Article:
These early artworks by Kurt are revealing in several ways. They of course show that Kurt already had an aptitude for the arts. The Reagan sketch obviously has a very strong political bent, although it’s up to interpretation what Kurt was trying to convey. The painting of the elderly punk couple is interesting in that it so neatly fits with the exhibit’s theme. It is apparent that Kurt already had a love for punk rock culture and that he already felt himself to be part of it.
The next part of the exhibit talks about the underground alternative rock scene of the 1980’s and how it laid the foundation for bands like Nirvana to follow. The bands of this era were learning how to be successful selling records and touring in an industry that treated them as outsiders. Out of this underground community, featuring differing styles and aesthetics, came the success stories of R.E.M., the Replacements, Sonic Youth, Dinosaur Jr. and the Pixies. There is an interactive map showing the main bands of this time and their locations. In the Pacific Northwest, some bands of this timeframe included the Blackouts from Seattle, Beat Happening from Olympia, the Wipers from Portland and D.O.A. from Vancouver, B.C. You may listen to any of the bands listed on the map at a headphone listening station.
In the next area of the EMP Museum’s Nirvana: Taking Punk To The Masses exhibit is another interactive map, this time featuring only alternative bands of the Pacific Northwest, mostly but not exclusively grunge, and their locations. This is actually my favorite part of the entire exhibit, as it shows how geography really shaped the local grunge scene. Nirvana developed the way they did partially because of their isolation. Aberdeen is about an hour from the nearest big city, Olympia, but it is at least two hours away from Seattle. Depending on traffic, it could have taken the band three or four hours to get to Seattle. In an era before cell phones and before the internet, it would have been very difficult to interact regularly with other bands and scenes. A trip to Seattle took time and gas, commodities for band members struggling with odd jobs to pay the rent.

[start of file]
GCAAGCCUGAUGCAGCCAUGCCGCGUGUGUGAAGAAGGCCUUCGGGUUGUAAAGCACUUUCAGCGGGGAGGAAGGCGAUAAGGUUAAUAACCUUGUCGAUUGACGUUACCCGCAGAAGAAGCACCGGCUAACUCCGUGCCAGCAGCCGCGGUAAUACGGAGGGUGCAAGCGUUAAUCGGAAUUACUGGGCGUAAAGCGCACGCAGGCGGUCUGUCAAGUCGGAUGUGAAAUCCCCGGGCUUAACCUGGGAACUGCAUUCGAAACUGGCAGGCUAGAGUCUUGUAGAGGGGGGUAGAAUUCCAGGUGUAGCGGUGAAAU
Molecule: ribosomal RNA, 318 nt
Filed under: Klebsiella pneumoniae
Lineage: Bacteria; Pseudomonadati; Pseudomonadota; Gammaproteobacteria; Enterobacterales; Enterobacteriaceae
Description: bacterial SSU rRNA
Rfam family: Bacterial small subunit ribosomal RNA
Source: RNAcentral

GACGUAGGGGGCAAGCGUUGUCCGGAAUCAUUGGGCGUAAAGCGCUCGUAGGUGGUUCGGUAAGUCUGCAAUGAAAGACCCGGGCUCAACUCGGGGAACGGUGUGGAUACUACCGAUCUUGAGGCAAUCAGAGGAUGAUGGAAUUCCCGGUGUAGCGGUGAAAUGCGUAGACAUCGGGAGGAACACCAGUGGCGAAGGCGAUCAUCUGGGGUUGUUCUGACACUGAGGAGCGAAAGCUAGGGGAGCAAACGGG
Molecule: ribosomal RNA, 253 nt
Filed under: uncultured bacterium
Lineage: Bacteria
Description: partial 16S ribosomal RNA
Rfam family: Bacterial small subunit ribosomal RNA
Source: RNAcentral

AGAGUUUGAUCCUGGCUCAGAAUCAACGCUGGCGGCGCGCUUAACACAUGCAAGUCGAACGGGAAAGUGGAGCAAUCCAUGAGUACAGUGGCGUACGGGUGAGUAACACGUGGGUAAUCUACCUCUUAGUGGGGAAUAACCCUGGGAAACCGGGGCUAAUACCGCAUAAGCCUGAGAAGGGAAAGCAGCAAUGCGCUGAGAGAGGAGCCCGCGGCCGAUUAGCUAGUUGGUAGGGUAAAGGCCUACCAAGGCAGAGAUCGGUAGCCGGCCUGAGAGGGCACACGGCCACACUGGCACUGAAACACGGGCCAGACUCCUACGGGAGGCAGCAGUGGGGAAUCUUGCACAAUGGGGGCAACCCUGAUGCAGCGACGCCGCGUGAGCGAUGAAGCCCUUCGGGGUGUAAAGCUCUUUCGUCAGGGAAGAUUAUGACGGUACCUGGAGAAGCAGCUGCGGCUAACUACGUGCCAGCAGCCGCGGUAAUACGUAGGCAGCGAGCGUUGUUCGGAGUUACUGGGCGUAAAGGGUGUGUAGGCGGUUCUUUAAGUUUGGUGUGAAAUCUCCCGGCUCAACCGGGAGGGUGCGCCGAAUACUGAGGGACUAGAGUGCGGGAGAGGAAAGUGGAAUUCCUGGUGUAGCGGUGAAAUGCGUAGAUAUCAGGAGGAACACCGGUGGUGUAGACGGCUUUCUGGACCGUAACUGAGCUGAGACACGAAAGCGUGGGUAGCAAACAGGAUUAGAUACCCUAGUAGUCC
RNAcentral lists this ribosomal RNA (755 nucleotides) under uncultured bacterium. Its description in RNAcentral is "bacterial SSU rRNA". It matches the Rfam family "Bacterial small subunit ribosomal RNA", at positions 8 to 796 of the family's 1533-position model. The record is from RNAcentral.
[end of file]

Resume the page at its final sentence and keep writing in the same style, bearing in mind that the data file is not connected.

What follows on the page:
Aberdeen’s population in 2012 was about 16,500 according to U.S. census data, about the same as it was in 1990. In other words, there was a very small pool of candidates with which to create any type of band, much less an abrasive punk band. The reason why Dale Crover of the Melvins appears on some songs on Bleach, rarities compilation Incesticide and With The Lights Out box set is that Nirvana simply did not have a steady drummer during those early years. Dale Crover was just on loan from the Melvins.
The so-called “Seattle sound” was in reality a combination of different regional styles from all over the Pacific Northwest. In Washington, scenes were located in Aberdeen, Bellingham, Seattle, Tacoma, Ellensburg and Olympia. In Oregon, the scenes were in Portland and Eugene. Boise, Idaho also had its own scene that also helped contribute to the grunge sound.
So, if you’re wondering why Nirvana never collaborated with Pearl Jam on a record, the answer could be rooted in geography just as much as the reality that the two bands had different styles. Yet part of the reason for different styles in the first place lies in the geographic isolation of these different scenes. Each scene was allowed to incubate on its own for several years without the intrusion of mass media hype, the internet, MTV and other external factors. So that, when the media did finally shine a light on the music coming from “Seattle”, many diverse styles had already been cultivated.